In the first of those three longest songs, “A Snowless Winter“, the opening rhythmic gallop, pulsing low-frequency heaviness, and gale-force riffing kicks the intensity up again. The riffing flashes to a boil as the harsh vocals begin with spine-tingling ferocity. The violin and lead guitar unite to create vibrations of wild incandescence, spinning above bullet-spitting drums and febrile bass tones. As if knowing that a listener needs to catch a breath at some point, the rhythm section briefly vanishes, making way for a blazing spectacle of shining sonic textures. The bass returns in musing, introspective tones, completely surrounded by those meteor showers of sound. (It turns out that this interlude doesn’t really allow any deep breaths after all.) And the song then rushes and flies again.
The vocals rend the throat raw, and the layered violin melodies straddle a line between grieving tears and desolating anguish in the midst of wholly immersive swaths of sound. Near the end, scissoring fretwork and cataclysmic percussive pounding provide a break before one final breathtaking maelstrom, in which the violin becomes a creature of flame and the vocals seem to tear the vocalist inside-out.
There’s no break in the intensity as “Moth Eaten Soul” (the second track to be revealed from the album so far) explodes in yet another sonic hurricane, led by a riveting, swirling riff and jaw-dropping drumwork. The music towers, but its grandeur is a frightening thing to behold. Agony seems to erupt in the low end, and derangement flares in the frantic violin bowing and vicious growls. When the light-speed drumming abates, the music rolls in long heaving waves of despair, the violin wails like mothers at a mass grave of their children, and Lunn’s choral vocals seem to be wailing as well, like voices raised in expressions of heart-rending bereavement. Bells might be heard to toll with increasing urgency… a recorded voice utters controlled announcements… and around that the music is an unremitting warzone.
It takes a long time to come, but “As Golden Laughter Echoes” (a song dedicated to Reva Myers Shemanski) finally provides a reprieve in the slaughtering ferocity and jaw-dropping wonder of the preceding songs, furnishing an acoustic country-folk instrumental, a beautiful ensemble of dual guitars and mandolin. You might wish it lasted longer, but the opening of “The Embers of Dawn” carries the slow and soft acoustic music forward, albeit in a more subdued and dolorous way. Austin sings again, amplifying the music’s haunting effect.
The music gradually builds as the other instruments join in, suffusing the senses, but it remains measured in its pacing and melancholy in its mood. The beautiful singing of Aerial Ruin’s Erik Moggridge adds to the song’s entrancing effect. It pulls at the heart-strings, but then really gives them a good twang as the strings contribute layers of penetrating harmony, converting the atmosphere of the music into dark shades of splendor.
More than six minutes in, the song pounds the listener’s pulse, leaping ahead like a stampeding stallion herd, drums blasting and guitars generating a searing froth, like white water in a canyon. The violin crests in blazing rays, the music becomes a sonic vista of far-reaching proportions and symphonic power, and the screamed vocals (which include the contributions of Waldgeflüster’s Jan Van Berlekom) reveal a crazed presence in the midst of such awe-inspiring wonder. It is a gift that at the end the music provides a time for breath and reflection as it moves into shimmering, astral ambient tones.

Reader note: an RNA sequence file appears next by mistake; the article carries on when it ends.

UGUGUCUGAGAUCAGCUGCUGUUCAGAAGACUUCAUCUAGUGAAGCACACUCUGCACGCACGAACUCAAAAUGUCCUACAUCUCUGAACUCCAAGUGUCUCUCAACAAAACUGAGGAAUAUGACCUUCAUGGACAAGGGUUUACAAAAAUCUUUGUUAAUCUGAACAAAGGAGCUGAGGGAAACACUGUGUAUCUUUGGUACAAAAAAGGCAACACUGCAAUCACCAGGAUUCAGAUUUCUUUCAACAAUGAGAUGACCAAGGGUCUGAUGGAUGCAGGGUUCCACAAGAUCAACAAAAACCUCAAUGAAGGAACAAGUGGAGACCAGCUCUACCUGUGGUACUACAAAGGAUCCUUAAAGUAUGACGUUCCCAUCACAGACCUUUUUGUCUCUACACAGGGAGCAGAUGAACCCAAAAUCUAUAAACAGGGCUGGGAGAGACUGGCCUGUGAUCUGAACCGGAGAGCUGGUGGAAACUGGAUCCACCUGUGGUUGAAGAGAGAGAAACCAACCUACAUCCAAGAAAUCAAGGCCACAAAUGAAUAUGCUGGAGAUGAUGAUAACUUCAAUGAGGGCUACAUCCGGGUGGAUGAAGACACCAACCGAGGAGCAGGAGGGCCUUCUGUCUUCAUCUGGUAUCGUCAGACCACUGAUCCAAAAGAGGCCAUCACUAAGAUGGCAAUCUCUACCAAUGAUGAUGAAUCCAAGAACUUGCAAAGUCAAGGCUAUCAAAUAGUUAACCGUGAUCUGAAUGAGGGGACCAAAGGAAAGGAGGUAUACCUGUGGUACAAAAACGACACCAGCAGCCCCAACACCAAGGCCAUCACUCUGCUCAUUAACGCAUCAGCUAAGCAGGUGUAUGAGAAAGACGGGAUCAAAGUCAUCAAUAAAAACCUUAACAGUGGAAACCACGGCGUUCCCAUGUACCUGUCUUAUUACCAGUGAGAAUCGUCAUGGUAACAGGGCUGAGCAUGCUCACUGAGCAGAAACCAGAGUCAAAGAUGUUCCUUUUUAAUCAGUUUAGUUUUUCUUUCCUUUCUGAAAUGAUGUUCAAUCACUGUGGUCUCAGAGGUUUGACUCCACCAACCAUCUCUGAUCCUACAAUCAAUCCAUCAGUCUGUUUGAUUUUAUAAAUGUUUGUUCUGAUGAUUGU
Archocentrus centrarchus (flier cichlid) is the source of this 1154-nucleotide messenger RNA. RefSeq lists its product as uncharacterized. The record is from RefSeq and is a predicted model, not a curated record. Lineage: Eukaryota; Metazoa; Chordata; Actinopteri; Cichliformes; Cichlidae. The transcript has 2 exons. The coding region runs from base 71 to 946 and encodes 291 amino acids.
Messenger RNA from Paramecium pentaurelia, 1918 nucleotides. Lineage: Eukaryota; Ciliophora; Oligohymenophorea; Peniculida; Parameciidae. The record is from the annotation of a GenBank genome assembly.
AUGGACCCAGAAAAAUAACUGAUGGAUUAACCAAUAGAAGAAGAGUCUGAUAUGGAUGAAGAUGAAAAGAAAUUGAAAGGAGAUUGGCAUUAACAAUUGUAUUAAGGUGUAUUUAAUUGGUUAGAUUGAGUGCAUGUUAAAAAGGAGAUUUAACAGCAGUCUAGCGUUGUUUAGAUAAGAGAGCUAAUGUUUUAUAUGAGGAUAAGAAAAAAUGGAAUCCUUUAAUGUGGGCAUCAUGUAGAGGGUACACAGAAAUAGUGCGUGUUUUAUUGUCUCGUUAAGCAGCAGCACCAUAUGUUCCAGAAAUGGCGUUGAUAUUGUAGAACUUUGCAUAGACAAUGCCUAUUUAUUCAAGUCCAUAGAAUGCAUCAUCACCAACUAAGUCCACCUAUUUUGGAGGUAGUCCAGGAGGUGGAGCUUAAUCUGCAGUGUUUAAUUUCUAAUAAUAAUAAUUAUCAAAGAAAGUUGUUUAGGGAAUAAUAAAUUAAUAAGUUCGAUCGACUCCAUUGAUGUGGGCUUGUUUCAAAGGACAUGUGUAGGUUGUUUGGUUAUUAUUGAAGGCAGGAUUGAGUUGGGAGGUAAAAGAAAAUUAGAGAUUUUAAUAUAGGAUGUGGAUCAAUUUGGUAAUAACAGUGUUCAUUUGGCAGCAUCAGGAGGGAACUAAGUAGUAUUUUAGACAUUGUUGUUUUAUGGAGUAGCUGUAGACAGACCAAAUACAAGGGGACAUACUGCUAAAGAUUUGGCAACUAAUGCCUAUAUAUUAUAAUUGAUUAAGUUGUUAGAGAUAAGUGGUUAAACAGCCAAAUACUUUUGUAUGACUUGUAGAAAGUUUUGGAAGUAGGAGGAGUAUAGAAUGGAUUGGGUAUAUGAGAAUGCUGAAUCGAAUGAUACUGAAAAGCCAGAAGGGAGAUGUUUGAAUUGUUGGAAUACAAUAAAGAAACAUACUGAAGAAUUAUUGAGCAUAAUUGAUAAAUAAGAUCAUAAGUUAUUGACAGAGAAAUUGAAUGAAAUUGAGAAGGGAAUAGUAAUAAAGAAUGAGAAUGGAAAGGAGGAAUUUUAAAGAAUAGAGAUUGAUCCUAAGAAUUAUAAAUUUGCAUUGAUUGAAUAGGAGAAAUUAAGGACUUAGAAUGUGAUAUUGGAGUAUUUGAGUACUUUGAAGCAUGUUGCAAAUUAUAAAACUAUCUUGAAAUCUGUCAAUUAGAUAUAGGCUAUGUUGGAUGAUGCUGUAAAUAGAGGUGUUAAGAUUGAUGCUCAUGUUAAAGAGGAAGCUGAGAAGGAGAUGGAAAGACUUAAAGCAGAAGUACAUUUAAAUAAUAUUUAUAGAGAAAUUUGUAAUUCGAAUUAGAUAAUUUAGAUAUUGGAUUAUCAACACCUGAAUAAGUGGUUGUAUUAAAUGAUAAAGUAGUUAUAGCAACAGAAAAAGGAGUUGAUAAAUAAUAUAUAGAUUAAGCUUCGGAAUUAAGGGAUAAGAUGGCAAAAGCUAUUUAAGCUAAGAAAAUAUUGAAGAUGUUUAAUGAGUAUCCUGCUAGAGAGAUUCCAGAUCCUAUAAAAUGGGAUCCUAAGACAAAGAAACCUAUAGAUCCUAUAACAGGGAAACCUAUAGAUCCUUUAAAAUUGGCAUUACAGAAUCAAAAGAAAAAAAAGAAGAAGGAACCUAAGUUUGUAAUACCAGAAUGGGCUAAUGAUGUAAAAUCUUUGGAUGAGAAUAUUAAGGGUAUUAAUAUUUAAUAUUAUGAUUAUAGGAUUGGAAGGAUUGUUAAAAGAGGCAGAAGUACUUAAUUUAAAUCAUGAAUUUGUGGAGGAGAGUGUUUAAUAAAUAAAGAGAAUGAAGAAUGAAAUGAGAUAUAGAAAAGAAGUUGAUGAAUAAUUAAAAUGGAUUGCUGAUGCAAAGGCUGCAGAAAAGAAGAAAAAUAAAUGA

And finally we come to “Know Hope“, the song we premiered when assisting in the announcement of the album in January. It begins in full-blown intensity, once again delivering cascades of monumental sound above tumultuous bass upheavals, bullet-spitting drumwork, and ferocious roaring vocals. The glistening brilliance and celestial sweep of the sounds, coupled with the turbocharged barrage in the low end, is near-overwhelming. If this is an expression of hope, it’s not a timid yearning we hear, but extreme fervor and defiance.
Yet darkness is never far away. The momentum ebbs, yielding to enormous, heaving chords and knee-capping snare beats. But the music also brightens, thanks to a syncopated drum beat and a transfixing, reverb-ed guitar motif that seems otherworldly. A woman speaks in conversational tones (an excerpt from an interview by Gee Vaucher from Crass talking about what inspires her artistically). The drumming becomes more vibrant; the music begins to soar and flare again; and then we’re off to the races once more in a fierce gallop propelled by piston-driven drums, a big thrusting and pulsing riff, and surround-sound textures of flame, fury, and glory. The song might have ended there, but it closes instead with the sounds of a classically influenced string ensemble… and the twittering sound of bird song.
The liner notes include these words from Austin Lunn:
This record is dedicated to all who refuse to give up and continue to struggle for light and beauty in this world and is in memory of John Prine, who gave us so much in his lifetime, and to Reva Myers Shemanski who lives on in our cherished memories of her radiant personailty, brilliant art and infectious laughter.
Fill your heart with hope… a hope that we will return again into the light.
Don’t let the fire burn out.
There are a lot of instrumental textures throughout the album only some of which I’ve picked out in the descriptions above. Austin Lunn himself performs guitar (electric and acoustic), drums, bass (4-, 8-, and 12-string bass), keys, lap steel, pedal steel, banjo, square neck resonator, and mandolin. Charlie Anderson and Patrick Urban played vital roles, performing violin and cello, respectively.
The album was mixed by Spenser Morris and mastered by Collin Marston.
Bindrune Recordings will be releasing the album digitally on May 15th and in physical editions on May 31st. The physical edition is exclusively a 2LP vinyl record which comes with a CD, a download code, and a ten-inch booklet of photography by Bekah Lunn. It is being distributed in the UK and Europe by Season of Mist. HOWEVER, the last time I checked, all the physical editions were sold out — even the ones that were reserved for a three-album Bindrune bundle that includes forthcoming albums by Nemorous and Tvaer. However, I’m told that there will be a second pressing — so keep an eye on the links below to see when that happens.
PANOPTICON – FACEBOOK: